Another issue that nmap can help with is to verify the certs being used on those various ports. Using nmap, you saw the open ports. Using those ports, you can use OpenSSL to see the cert used on the port. A number of those port are using self-signed certificates. To use nmap and OpenSSL together to check the ports on a remote system, you could do something like:

$ for port in `nmap -p 1-5000 opendemo.usersys.redhat.com | grep " open " | cut -d "/" -f 1`
> do echo checking on port: $port
> echo | openssl s_client -showcerts -connect opendemo.usersys.redhat.com:$port
> done &> opendemo.certs.txt.`date +%Y%m%d`

In my opendemo.certs.txt.20210127 file, it would have content like:

checking on port: 443
depth=1 C = US, ST = North Carolina, L = Raleigh, O = Katello, OU = SomeOrgUnit, CN = opendemo.usersys.redhat.com
verify return:1
depth=0 C = US, ST = North Carolina, O = Katello, OU = SomeOrgUnit, CN = opendemo.usersys.redhat.com
verify return:1
CONNECTED(00000003)
….
SSL handshake has read 3476 bytes and written 463 bytes
Verification: OK
---
New, TLSv1.2, Cipher is ECDHE-RSA-AES128-GCM-SHA256
Server public key is 2048 bit
Secure Renegotiation IS supported

Use that output file to verify that the certs in use are the correct TLS version.

If you use nc (or ncat), you might see more information than presented in the web UI. For this example, I used nc to connect to a web server:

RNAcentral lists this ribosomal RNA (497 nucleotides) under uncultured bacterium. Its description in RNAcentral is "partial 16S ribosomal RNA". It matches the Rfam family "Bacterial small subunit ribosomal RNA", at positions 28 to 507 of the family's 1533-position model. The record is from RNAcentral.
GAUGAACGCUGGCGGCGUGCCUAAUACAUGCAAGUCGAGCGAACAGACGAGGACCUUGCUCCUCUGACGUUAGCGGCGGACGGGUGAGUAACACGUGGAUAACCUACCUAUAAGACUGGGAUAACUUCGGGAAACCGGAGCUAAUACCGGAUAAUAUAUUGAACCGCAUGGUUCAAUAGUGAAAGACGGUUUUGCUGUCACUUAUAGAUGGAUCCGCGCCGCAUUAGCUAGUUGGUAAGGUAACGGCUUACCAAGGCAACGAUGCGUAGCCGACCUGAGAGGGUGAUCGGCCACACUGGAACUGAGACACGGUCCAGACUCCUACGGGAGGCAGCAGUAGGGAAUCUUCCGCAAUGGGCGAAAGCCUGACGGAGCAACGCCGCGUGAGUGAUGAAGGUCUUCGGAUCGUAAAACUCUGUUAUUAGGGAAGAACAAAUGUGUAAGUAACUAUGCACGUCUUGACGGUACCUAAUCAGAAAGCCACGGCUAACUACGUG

$ nc 10.19.47.242 80
asdf
HTTP/1.1 400 Bad Request
Date: Sat, 09 Jan 2021 01:25:40 GMT
Server: Apache/2.4.37 (Red Hat Enterprise Linux)
Content-Length: 226
Connection: close
Content-Type: text/html; charset=iso-8859-1

<!DOCTYPE HTML PUBLIC "-//IETF//DTD HTML 2.0//EN">
<html><head>
<title>400 Bad Request</title>
</head><body>
<h1>Bad Request</h1>
<p>Your browser sent a request that this server could not understand.<br />
</p>
</body></html>

From that output, I can see the version of Apache that was installed. With that information, an attacker could learn what exploits the server was vulnerable to. Because of this, a web server should limit the amount of information that displayed:

[pgervase@pgervase ~]$ nc opendemo.usersys.redhat.com 443
GET / HTTP/1.1
HTTP/1.1 400 Bad Request
Date: Fri, 08 Jan 2021 02:33:08 GMT
Server: Apache
Content-Length: 362
Connection: close
Content-Type: text/html; charset=iso-8859-1

<!DOCTYPE HTML PUBLIC "-//IETF//DTD HTML 2.0//EN">
<html><head>
<title>400 Bad Request</title>
</head><body>
<h1>Bad Request</h1>
<p>Your browser sent a request that this server could not understand.<br />
Reason: You're speaking plain HTTP to an SSL-enabled server port.<br />
 Instead use the HTTPS scheme to access this URL, please.<br />
</p>
</body></html>

[pgervase@pgervase ~]$

Note that in this output, there is no version information for Apache.

In this next example, I use nc to connect to port 21 on my client system, which I can see is open:

[pgervase@pgervase ~]$ nmap 10.19.47.242
Starting Nmap 7.70 ( https://nmap.org ) at 2021-01-08 21:02 EST
Nmap scan report for 10.19.47.242
Host is up (0.039s latency).
Not shown: 996 closed ports
PORT    STATE SERVICE
21/tcp  open  ftp
22/tcp  open  ssh
80/tcp  open  http
111/tcp open  rpcbind

Nmap done: 1 IP address (1 host up) scanned in 0.83 seconds
[pgervase@pgervase ~]$ nc 10.19.47.242 21
220 (vsFTPd 3.0.3)

That 3.0.3 version is confirmed when I SSH to the system and use the rpm command:

[root@vulnerable ~]# rpm -q vsftpd
vsftpd-3.0.3-32.el8.x86_64
[root@vulnerable ~]# rpm -qi vsftpd
Name        : vsftpd
Version     : 3.0.3
Release     : 32.el8
<snipped>